“IMF doesn’t say ‘you have to cut 10 percent of your economy, but you can’t close hospitals or schools.’ Where the cuts are made remains a country’s sovereign right,” Kumar explained.
This spring has been an important time for healthcare research in Europe because data now confirm – as if there was any doubt – that in healthcare, too, the gulf between Europe’s north and its south has continued to widen.
Last year, while Greece went about adjusting to its new slimmed-down healthcare reality, German’s ministry of health contacted the OECD for its help in studying the exact opposite problem. German healthcare costs were ballooning, but only a third of the growth could be linked to Germans becoming sicker or aging.
The OECD’s research on Germany was published this spring, at nearly the same time that the full picture of Greece’s healthcare tragedy came into form.
OECD researchers compared Germany to its peers, and came to a simple conclusion: German doctors seem to be prescribing treatments, operations, and hospital stays more often than might be medically necessary. That this is occurring while Germany’s neighbors just a two-hour plane ride away in Athens face the worse healthcare and societal crisis in their history only underscores the much publicized idea that Europe is growing apart.
One statistic was especially telling: the OECD average for hospital beds per 1,000 patients sits at 4.9; in the case of Germany, it’s 8.3. France has 6.4, while the U.S. has 3.1.
“The difference in the medical science between the United States, Germany, and France is not so great that it can justify 70 percent higher numbers in Germany than the OECD average,” Kumar said.
Kumar and his co-author, Michael Schoenstein, theorized that because Germany has more hospitals than it needs, doctors and hospitals appear to be steering patients towards more expensive in-patient procedures and then tacking on multiple night hospital stays in order to fill hospital beds and submit payments to Germany’s essentially unlimited system of insurance reimbursements.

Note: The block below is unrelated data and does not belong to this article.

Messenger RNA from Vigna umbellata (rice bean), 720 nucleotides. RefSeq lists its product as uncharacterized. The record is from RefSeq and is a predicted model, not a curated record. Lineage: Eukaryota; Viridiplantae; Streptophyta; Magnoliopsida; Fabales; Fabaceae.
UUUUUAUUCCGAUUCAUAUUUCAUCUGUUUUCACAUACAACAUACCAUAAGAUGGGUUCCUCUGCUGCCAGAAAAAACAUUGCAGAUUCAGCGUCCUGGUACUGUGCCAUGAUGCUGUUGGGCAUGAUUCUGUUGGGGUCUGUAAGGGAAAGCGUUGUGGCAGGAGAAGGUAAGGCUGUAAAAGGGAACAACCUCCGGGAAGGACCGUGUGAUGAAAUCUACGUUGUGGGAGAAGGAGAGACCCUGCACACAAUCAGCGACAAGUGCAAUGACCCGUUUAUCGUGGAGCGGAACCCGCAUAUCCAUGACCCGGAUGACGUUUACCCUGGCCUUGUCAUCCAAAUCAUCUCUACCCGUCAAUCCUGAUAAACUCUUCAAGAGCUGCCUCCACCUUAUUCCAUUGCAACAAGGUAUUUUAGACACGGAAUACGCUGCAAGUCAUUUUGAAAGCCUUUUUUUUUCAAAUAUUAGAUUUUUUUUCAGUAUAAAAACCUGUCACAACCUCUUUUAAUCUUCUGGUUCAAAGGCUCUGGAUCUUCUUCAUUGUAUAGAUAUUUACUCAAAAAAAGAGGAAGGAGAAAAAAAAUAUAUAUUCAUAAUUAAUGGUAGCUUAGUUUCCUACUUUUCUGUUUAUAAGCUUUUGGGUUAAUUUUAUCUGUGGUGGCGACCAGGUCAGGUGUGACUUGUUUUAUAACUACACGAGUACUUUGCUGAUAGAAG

“These are big institutions that want to be busy,” Kumar said. “After investing millions, and in some cases billions of dollars, into the infrastructure, no one wants to have these institutions running at 60 percent. They know that if hospitals aren’t full, someone’s going to point the finger and say ‘hold on a second, you’re running at 60 percent capacity regularly, why do you have all of these empty beds, we need to get rid of that.'”
The OECD lacks clear data on how many Greeks have been denied medical care during the country’s economic crisis. But anecdotal reports have shown that people are being deprived care.
The New York Times reported that “breast cancer patients often have to wait three months now to have tumors removed” and that at least 2,000 patients in need of bypass surgery haven’t been scheduled for procedures.
Could the solution to Greeks’ healthcare crisis be to send patients north to Germany’s hospitals? With Europe’s common market, citizens’ freedom of movement, couldn’t Greeks just fly north for treatment?
“Yes, EU citizens can travel to other EU countries for treatment,” OECD’s Michael Schoenstein explained, “But for planned treatments like cancer treatments, they need prior approval from their healthcare insurers at home. It’s theoretically possible, but practically very difficult.”
Michael Scaturro is a reporter based in Berlin.